So, that’s it! Congratulations! You got yourself a GitHub Action for your Node.js application. If you go to the “Action” tab in your repository, you’ll now see the Action that we just created instead of the example Node.js Actions templates that GitHub proposes:

And when you click on the workflow run (“Create nodeaction.js.yml”), you’ll see what happened exactly during that run:

It’s a start, but our GitHub Action currently doesn’t do much. Let’s add some more Actions to it. First, we want to know what the maintained LTS versions of Node.js are. For that, we can search the GitHub Action Marketplace, and by typing “Node LTS,” you’ll find a “Node LTS versions” action:

The description of that Action tells us to add the following code to our workflow’s YAML definition:

- name:  Node LTS versions

uses: msimerson/node-lts-versions@v1.1.1

Let’s do that. You can add it either as a new job or as an extra step in an existing build job. Let’s add it to the existing step. You can add the code at any point in the steps section. The only thing you need to remember is that the new line starts from dash, so this is correct:

steps: 

- uses: actions/checkout@v3

- name: Node LTS versions

uses: msimerson/node-lts-versions@v1.1.1

- name: Use Node.js $

uses: actions/setup-node@v3

env:

FORCE_COLOR: 0

with:

node-version: $

cache: 'npm'

- run: npm ci

- run: npm run build --if-present

and the one below is not because we added our Node LTS versions action in between the parameters of the Use Node.js (…) action.

steps: 

- uses: actions/checkout@v3

- name: Use Node.js $

uses: actions/setup-node@v3

- name: Node LTS versions

uses: msimerson/node-lts-versions@v1.1.1

env:

FORCE_COLOR: 0

with:

node-version: $

cache: 'npm'

- run: npm ci

- run: npm run build --if-present

Now let’s add something even more useful: security scanning. This is very simple to do with GitHub Actions. Again, we’ll use GitHub Actions Marketplace:

This time, we will add the new Action as a new job. Therefore, we need to specify new job and add code provided by nodejsscan Action there:

jobs: 

build:

runs-on: ubuntu-latest

strategy:

matrix:

node-version: [12.x, 14.x, 16.x]

steps:

- uses: actions/checkout@v3

- name: Node LTS versions

uses: msimerson/node-lts-versions@v1.1.1

- name: Use Node.js $

uses: actions/setup-node@v3

env:

FORCE_COLOR: 0

with:

node-version: $

cache: 'npm'

- run: npm ci

- run: npm run build --if-present

- run: npm test

securityscan:

runs-on: ubuntu-latest

name: njsscan check

steps:

- name: Checkout the code

uses: actions/checkout@v2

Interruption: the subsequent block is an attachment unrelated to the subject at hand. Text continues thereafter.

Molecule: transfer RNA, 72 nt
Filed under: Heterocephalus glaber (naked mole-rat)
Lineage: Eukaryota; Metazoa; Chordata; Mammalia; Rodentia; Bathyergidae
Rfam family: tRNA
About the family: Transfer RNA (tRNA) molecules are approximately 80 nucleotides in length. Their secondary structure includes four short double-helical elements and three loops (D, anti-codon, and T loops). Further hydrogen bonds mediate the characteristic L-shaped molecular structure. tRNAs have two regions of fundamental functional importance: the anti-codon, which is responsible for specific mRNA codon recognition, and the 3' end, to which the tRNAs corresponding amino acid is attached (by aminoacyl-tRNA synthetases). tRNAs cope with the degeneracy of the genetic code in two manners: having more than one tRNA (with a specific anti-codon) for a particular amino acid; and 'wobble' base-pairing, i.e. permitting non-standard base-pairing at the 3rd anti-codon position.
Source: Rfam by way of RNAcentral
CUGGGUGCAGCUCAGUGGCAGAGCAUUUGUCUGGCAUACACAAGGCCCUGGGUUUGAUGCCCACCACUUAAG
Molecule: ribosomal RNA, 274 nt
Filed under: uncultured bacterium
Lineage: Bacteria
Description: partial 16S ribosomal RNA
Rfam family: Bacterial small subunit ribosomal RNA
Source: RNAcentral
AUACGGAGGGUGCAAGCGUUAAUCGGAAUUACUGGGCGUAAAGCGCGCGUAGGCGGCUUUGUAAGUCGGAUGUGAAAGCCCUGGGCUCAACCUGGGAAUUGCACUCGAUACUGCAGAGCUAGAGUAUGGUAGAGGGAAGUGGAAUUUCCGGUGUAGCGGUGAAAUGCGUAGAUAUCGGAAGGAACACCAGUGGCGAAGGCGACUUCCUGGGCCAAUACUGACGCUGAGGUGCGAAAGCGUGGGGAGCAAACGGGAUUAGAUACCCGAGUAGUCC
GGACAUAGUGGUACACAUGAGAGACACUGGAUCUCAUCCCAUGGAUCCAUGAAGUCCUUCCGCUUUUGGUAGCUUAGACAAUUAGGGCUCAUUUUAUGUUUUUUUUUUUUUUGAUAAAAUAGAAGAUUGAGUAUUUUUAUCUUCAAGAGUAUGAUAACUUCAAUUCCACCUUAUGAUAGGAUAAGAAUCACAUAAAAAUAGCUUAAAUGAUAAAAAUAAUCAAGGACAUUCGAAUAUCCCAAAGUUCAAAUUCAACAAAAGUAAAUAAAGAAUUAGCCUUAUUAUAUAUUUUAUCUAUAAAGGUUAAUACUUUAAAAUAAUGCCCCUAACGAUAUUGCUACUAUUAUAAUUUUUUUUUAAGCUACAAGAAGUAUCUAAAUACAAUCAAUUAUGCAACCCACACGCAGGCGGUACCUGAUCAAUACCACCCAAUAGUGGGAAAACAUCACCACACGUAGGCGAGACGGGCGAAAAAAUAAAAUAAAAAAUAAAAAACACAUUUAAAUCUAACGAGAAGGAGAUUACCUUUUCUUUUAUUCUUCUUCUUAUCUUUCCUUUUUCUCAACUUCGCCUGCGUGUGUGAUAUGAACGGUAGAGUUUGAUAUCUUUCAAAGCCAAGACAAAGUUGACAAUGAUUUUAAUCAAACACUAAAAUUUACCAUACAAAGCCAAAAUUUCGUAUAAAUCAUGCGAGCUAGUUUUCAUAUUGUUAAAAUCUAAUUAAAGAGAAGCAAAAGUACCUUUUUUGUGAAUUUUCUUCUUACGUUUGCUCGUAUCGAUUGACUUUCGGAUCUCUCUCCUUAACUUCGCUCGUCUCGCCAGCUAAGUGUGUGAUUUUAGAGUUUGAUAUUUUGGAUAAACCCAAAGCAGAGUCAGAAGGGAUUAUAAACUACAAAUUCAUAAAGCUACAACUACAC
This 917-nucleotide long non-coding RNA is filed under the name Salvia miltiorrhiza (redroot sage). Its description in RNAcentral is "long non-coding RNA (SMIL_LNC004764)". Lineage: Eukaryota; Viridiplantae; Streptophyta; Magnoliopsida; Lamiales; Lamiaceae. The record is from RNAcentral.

- name: nodejsscan scan

id: njsscan

uses: ajinabraham/njsscan-action@master

with:

args: '.'

Now it’s time to commit the GitHub Action YAML file and see if our new GitHub Action works as expected. For that, you can go again to the “Actions” tab in your repository and click on the latest workflow run. If everything went well, you should see all four jobs (four because we are executing the build stage three times for three versions of Node + our new security scan stage) with happy green checkboxes:

You can click on the “security scan” block to see the details of the scan. You can also try to add another action to the security scan stage and send the report to your email.

In a matter of minutes, you can have automated build, test, and security scanning for your application.

Summary

As you can see, GitHub Actions are quite easy to start with. They work well with Node.js applications and even come with many predefined Node.js templates. In a matter of minutes, you can have automated build, test, and security scanning for your application. But the fact that GitHub Actions are simple to use doesn’t mean they have limited capabilities. In fact, you can create very complex workflows with GitHub Actions. There are plenty of triggers available, so you can create multiple actions for different purposes. GitHub Marketplace also offers plenty of easy-to-use templates for recurring tasks.

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This post was written by Dawid Ziolkowski. Dawid has 10 years of experience as a Network/System Engineer at the beginning, DevOps in between, Cloud Native Engineer recently. He’s worked for an IT outsourcing company, a research institute, telco, a hosting company, and a consultancy company, so he’s gathered a lot of knowledge from different perspectives. Nowadays he’s helping companies move to cloud and/or redesign their infrastructure for a more Cloud Native approach.